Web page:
This report gives the results of the EU financed study WINDFARMpertception on how residents perceive a wind farm in their living environment as far as sound and sight are concerned. The study includes a postal survey among Dutch residents (n = 725, response rate: 37%) and an assessment of their aural and visual exposure due to wind farms in their vicinity.
Respondents in the survey and calculated exposures
The study group was selected from all residents in the Netherlands within 2.5 km from a wind turbine. As the study aimed to study modern wind farms, wind turbines were selected with an electric capacity of 500 kW or more and one or more turbines within 500 m from the first.
Excluded were wind turbines that were erected or replaced in the year preceding the survey. Residents lived in the countryside with or without a busy road close to the turbine(s), or in built-up areas (villages, towns). Excluded were residents in mixed and industrial areas. The sound level at the residents' dwellings was calculated according to the international ISO standard for sound propagation, the almost identical Dutch legal model and a simple (non spectral) calculation model. The indicative sound level used was the sound level when the wind turbines operate at 8 m/s in daytime -that is: at high, but not maximum power. The size of the turbines was calculated as the viewing angle between the lowest and highest part of the biggest turbine, and also as the fraction of space above the horizon occupied by all wind turbines, both from the perspective of residents' dwellings.
Respondents were exposed to levels of wind turbine sound between 24 and 54 dBA and wind turbines at distances from 17 m to 2.1 km. The (angular) height of the biggest wind turbine ranged from 2 degrees to 79 degrees, with an average value of 10 degrees (the height of a CD box, looking at the front at arm's length). The wind turbines occupied on average 2% of the space above the horizon.
Attitude and economic involvement of respondents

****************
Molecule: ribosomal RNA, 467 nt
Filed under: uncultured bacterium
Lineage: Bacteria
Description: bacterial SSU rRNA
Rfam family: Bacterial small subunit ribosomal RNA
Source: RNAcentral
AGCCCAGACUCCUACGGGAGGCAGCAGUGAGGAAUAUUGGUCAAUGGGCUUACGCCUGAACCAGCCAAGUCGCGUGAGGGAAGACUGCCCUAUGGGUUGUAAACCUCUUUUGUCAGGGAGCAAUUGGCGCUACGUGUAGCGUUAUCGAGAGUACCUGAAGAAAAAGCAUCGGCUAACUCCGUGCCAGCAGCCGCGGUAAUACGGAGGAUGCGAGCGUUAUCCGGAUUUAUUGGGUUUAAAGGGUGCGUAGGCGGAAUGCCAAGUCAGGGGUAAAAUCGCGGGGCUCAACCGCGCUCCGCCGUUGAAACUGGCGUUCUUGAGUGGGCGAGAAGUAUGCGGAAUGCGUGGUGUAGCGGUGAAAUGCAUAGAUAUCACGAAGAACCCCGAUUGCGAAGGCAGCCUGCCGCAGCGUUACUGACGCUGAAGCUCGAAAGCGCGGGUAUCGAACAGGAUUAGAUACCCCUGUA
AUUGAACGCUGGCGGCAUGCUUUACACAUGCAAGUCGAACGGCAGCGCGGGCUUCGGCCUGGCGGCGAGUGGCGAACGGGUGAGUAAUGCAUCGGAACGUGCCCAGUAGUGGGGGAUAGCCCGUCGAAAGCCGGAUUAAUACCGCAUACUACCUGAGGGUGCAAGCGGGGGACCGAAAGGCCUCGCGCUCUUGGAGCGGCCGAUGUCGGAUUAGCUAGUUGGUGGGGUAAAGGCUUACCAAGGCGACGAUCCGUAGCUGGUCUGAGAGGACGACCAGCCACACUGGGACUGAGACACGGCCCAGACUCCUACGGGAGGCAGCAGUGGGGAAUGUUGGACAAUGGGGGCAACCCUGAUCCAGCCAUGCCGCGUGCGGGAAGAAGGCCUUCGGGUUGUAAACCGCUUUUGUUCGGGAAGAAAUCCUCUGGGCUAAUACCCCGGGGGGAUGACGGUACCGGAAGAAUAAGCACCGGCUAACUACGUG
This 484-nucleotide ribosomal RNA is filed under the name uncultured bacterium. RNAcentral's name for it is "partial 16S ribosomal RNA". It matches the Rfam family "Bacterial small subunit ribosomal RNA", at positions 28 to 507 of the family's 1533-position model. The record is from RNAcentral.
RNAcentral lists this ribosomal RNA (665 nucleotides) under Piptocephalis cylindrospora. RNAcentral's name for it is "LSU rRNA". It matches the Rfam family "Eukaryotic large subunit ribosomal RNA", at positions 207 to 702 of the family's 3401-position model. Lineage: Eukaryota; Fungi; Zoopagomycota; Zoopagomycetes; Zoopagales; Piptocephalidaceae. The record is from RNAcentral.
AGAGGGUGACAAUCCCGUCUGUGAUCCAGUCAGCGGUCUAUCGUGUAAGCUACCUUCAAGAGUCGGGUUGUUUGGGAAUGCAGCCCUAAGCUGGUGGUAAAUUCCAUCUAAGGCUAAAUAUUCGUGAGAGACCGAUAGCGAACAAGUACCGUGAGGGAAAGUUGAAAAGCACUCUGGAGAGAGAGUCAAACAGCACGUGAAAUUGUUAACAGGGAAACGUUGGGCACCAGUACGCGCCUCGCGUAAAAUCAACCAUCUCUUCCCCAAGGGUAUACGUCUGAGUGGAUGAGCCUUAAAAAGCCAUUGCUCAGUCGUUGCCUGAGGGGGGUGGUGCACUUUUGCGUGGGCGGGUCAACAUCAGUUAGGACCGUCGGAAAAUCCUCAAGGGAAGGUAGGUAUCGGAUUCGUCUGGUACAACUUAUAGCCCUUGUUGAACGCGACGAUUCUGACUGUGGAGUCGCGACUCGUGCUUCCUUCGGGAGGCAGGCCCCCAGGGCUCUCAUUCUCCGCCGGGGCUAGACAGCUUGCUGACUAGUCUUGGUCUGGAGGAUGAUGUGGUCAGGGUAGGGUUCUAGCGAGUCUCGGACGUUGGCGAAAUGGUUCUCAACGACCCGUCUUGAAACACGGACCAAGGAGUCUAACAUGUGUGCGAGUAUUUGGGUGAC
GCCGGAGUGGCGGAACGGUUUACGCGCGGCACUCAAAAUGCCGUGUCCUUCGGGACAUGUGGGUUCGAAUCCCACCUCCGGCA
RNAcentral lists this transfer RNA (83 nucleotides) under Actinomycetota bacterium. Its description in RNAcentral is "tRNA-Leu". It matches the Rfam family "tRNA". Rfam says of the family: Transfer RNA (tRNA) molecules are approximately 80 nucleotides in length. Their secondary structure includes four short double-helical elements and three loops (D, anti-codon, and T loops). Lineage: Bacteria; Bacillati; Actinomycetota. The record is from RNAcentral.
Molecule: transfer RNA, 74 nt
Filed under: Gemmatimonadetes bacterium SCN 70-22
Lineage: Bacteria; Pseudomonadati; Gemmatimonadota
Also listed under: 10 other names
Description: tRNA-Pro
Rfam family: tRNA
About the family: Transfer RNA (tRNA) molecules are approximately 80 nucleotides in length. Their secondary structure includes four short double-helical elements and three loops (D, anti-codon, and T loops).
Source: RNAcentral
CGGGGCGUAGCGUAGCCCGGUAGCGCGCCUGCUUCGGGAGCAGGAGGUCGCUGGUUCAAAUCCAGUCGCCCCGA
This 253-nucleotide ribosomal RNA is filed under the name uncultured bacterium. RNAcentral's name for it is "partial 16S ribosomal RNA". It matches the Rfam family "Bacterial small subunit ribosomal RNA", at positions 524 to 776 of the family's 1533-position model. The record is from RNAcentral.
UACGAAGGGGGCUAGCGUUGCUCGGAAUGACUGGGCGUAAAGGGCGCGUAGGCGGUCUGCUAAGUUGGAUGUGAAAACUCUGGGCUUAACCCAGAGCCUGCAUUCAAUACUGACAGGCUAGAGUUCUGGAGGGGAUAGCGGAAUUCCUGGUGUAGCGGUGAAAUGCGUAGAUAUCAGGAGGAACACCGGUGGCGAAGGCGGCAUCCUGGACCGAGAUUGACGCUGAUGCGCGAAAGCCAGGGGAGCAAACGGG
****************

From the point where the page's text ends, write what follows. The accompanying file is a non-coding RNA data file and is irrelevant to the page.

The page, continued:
Almost all respondents (92%) were satisfied with their living environment, though many reported changes for the better and changes for the worst. One in two respondents were (very) positive towards wind turbines in general, but only one in five were (very) positive towards their impact on the landscape scenery.
Fourteen percent of the repondents had economic benefits from wind turbines by owning them or having shares in wind turbines or otherwise. They usually lived closer to the wind turbines, were higher educated, less old and hence healthier compared to the other respondents, and they relatively often worked at home. Respondents with economical benefits were less negative to wind turbines in general and their influence on the landscape scenery.
Response to wind turbine sound
The percentage of respondents noticing the sound of wind turbines increased with increasing sound level, ranging from 25% at low sound levels (less than 30 dBA) to 80% and more at higher sound levels (above 35 dBA). Percentages were the same for those who had benefits and the other respondents.
The percentage of respondents that were annoyed by the sound also increased with sound level up to 40 to 45 dBA and then decreased. Respondents with economic benefits reported almost no annoyance. This in part explains the decrease in annoyance at high sound levels: above 45 dBA, i.e. close to wind turbines, the majority of respondents have economical benefits. The percentage of respondents without economic benefits that were rather or very annoyed when outdoors increased from 2% at low levels of wind turbine sound (less than 30 dBA) up to 25% at levels of 40 to 45 dBA.
In general respondents perceived wind turbines as being louder in wind blowing from the turbine to their dwelling (and less loud the other way round), in stronger wind and at night. The majority (75%) of respondents that could hear wind turbines think that swishing or lashing is a correct characterization of the sound. The second most typical characterization was rustling (for 25% of the respondents). Other characterizations were chosen by less than 10% of the respondents.